VE Day Disaster!
This is my tried and tested chocolate sponge cake: I’ve been making it for years and years. Adaptable and useful for any cake-requiring occasion, I’ve halved, doubled, trebled quantities and all sorts and it never fails.
Unfortunately, and proving it never does to take your eye off the ball, making a batch to share with our neighbour (via social distancing and left on the back step) for VE Day, I was a bit distracted. Trying to do several other things at the same time, I overfilled the cake cases, ending up with 10 instead of 12 cakes. Of course, they erupted over the tops like little chocolate volcanoes and were super-misshapen.
I left the buttercream and assembly until the following morning. Unfortunately, once again, I was a bit distracted. I managed to trim round the cakes fairly successfully but really bodged the assembly. For the first cake I somehow managed to get the first set of wings on backwards: you need the rounded sides on the inside and the cut straight sides facing outwards.
Aaargh! Never mind, they tasted lovely and made our neighbour smile. The moral of the story is if you are making cakes, just keep your mind on what you’re doing and don’t try to do –or even think about- other stuff at the same time: just don’t!
Chocolate Fairy Cakes
The mixture is also sufficient for 18-20 fairy cakes bake in standard size cake cases: bake for 12-15 minutes.
Chocolate Sponge Sandwich
Alternatively, make a sandwich cake using 2 x 7cm loose bottomed cake tins. Bake for 18-20 minutes.
- Makes 10-12 cupcakes
- 175g softened butter
- 175g golden caster sugar
- 150g plain flour
- 1 level teaspoon bicarbonate of soda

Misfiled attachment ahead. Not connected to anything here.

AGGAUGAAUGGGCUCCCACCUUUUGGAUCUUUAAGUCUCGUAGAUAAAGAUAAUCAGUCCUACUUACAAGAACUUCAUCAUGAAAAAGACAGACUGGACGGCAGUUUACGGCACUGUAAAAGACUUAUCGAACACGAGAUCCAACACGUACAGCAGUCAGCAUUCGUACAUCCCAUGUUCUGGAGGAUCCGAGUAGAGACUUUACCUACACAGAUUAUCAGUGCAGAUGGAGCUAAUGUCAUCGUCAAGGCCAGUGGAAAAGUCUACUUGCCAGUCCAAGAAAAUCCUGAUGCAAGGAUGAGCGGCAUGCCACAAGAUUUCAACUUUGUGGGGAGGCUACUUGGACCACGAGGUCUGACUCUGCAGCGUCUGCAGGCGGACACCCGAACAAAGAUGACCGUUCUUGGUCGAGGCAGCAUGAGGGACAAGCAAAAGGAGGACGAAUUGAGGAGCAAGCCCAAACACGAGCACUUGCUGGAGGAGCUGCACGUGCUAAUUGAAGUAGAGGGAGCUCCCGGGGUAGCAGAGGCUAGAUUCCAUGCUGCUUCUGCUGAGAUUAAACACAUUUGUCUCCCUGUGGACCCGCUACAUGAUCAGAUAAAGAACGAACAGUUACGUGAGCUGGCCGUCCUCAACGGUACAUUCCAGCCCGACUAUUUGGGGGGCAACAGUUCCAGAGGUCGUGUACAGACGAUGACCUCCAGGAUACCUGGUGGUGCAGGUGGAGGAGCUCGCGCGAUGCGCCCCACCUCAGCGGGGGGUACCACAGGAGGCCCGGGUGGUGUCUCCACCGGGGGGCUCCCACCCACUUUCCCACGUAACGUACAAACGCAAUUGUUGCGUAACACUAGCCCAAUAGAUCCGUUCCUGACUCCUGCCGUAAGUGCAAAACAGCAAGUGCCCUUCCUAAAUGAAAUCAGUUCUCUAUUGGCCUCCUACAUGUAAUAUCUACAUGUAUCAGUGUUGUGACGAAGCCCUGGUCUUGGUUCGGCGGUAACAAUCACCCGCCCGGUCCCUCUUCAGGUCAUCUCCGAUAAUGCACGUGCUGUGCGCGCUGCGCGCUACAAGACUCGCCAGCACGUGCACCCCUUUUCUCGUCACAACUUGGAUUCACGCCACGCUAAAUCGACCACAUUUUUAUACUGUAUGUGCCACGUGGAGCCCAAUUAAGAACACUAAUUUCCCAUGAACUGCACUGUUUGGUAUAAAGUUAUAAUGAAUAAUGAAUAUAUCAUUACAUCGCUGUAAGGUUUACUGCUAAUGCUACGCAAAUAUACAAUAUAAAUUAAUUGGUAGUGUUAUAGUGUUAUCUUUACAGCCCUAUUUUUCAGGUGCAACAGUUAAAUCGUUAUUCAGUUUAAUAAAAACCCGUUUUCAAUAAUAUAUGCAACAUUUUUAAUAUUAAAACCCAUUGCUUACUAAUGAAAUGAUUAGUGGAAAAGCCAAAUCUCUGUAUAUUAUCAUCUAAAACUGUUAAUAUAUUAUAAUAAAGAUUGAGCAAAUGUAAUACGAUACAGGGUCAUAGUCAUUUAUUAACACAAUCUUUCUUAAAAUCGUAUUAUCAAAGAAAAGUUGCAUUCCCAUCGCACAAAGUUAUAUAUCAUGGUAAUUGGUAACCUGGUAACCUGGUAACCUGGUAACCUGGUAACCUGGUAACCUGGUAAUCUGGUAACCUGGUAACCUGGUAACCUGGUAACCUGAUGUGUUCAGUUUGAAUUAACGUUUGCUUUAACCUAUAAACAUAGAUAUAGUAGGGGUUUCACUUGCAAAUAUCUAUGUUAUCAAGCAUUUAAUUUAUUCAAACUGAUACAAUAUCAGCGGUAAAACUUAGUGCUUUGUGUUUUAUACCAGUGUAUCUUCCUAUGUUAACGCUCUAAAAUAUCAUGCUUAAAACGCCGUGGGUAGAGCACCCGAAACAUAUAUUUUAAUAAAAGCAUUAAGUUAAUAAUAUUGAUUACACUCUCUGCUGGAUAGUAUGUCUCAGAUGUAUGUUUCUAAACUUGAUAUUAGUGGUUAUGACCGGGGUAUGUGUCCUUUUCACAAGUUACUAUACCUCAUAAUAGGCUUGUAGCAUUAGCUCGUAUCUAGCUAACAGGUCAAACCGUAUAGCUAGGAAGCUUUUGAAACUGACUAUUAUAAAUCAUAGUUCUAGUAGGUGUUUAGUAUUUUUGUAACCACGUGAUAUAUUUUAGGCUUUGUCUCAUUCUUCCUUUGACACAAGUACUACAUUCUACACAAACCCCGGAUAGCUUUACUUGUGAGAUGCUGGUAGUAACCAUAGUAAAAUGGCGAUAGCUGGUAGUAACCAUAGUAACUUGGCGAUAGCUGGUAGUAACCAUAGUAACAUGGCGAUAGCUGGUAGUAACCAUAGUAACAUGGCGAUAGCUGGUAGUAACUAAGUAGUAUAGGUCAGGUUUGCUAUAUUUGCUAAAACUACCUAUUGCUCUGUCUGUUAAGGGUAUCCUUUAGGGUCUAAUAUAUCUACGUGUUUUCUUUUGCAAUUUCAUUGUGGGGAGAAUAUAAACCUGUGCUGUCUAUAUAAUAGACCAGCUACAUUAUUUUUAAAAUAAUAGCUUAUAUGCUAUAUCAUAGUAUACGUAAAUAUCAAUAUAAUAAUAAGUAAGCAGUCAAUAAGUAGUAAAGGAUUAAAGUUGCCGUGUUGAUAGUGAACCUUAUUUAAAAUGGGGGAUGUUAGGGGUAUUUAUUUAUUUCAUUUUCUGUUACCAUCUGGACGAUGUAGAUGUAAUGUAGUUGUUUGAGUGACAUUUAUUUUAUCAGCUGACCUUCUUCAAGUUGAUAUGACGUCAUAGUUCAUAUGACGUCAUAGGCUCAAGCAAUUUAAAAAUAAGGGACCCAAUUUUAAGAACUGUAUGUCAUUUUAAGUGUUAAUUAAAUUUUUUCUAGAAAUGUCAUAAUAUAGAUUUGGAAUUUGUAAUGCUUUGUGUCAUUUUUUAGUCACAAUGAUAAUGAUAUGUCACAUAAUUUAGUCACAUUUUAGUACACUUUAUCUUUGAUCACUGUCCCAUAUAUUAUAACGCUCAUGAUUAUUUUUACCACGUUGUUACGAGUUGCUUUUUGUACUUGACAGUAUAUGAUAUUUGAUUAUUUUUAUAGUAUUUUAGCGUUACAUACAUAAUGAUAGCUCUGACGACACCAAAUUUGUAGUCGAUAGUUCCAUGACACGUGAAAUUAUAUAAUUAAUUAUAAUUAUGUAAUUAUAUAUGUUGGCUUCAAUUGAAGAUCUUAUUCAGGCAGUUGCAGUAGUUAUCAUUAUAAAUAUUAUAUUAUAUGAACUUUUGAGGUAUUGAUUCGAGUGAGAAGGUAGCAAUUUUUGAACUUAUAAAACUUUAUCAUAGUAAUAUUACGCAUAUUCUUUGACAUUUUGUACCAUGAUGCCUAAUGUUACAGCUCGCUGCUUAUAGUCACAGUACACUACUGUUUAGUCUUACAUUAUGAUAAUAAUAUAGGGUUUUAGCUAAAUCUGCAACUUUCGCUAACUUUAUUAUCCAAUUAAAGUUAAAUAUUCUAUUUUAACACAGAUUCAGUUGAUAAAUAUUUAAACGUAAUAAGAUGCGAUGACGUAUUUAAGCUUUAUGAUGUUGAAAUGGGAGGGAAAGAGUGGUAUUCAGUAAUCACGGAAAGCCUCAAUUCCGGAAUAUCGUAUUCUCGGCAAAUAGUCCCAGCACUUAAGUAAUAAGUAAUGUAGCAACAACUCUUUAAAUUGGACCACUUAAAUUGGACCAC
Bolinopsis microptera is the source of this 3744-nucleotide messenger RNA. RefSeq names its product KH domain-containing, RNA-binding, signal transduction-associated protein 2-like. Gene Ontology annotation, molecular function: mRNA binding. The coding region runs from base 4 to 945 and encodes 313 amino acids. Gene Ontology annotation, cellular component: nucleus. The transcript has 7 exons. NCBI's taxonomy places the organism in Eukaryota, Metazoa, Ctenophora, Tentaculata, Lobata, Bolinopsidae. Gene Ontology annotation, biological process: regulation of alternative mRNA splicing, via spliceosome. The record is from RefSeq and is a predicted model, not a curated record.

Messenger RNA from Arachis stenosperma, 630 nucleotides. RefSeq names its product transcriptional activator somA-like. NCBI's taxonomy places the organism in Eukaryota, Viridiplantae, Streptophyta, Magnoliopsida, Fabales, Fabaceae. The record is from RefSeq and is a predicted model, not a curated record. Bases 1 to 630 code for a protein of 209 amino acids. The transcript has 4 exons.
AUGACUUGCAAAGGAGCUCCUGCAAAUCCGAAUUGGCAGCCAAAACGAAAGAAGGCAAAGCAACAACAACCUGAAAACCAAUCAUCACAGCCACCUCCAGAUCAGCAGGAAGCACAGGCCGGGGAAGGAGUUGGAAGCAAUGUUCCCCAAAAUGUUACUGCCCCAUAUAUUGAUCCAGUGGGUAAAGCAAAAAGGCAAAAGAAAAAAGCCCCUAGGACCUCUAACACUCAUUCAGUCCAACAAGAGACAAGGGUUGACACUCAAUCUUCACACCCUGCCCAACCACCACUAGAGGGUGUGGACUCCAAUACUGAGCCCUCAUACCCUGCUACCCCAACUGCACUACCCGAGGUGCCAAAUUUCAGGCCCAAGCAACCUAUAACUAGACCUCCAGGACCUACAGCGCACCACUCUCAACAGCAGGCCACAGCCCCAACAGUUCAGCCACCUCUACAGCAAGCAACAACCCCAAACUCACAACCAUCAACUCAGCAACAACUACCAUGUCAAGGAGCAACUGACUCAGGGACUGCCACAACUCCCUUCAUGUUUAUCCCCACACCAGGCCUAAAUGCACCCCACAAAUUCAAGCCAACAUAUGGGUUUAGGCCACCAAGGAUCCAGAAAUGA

- 2 level teaspoons cream of tartar
- 25g good quality cocoa powder (not drinking chocolate)
- 3 medium eggs, as fresh as possible
- 1 teaspoon vanilla extract
- 2 tablespoons milk
Preheat oven to 160C (fan ovens) or equivalent
You will need a 12 cup muffin tin plus muffin size paper cake cases
Whiz the butter and sugar together in a food processor until creamed and fluffy.
Combine the flour, raising agents and cocoa and sieve some of it in a layer over the mixture and then add the eggs and vanilla.
Sieve in the rest of the flour blend. Whiz briefly.
Add the milk and whiz until smooth and glossy. You may need to remove the lid a couple of times and scrape the mixture down from the sides with a flexible spatula.
Arrange the paper cases in the muffin tin and using two dessertspoons, spoon a rounded dessertspoon of mixture into each case. Go back and top up with any remaining mixture so that there is an even amount in each case.
Bake for around 20-25 minutes or until domed and risen and springy to the touch. A skewer should come out clean when inserted.
Don’t over-bake – the cakes should be moist and fluffy inside
Remove from the tin and leave to cool on a wire rack.
- 100g butter, softened
- 180g sieved icing sugar
- 20g cocoa powder
- ½ teaspoon vanilla extract
- 1-2 tablespoons milk to mix
Sieve the combined cocoa and icing sugar into the softened butter a little at a time, mixing it all together with a wooden spoon. Finally, loosen the mixture slightly with the milk and beat until smooth and glossy.
Alternatively, Whiz the icing sugar and cocoa in the clean, dry bowl of your food processor and whiz together. Add the vanilla and 1 tablespoon of milk and whiz until smooth and glossy, add remaining tablespoon of milk if necessary.
Assembling the Cakes
Once the cakes are cool slice the tops off and cut in half to make wings.
Dollop a generous teaspoon of buttercream on top of each cake.
Arrange the wings, leaving a slight gap in between making sure the curved sides are facing inwards.
Pop a glace cherry or half a strawberry (or sprinkles or chocolate buttons, whatever you fancy) in between the wings. Dust with sieved icing sugar.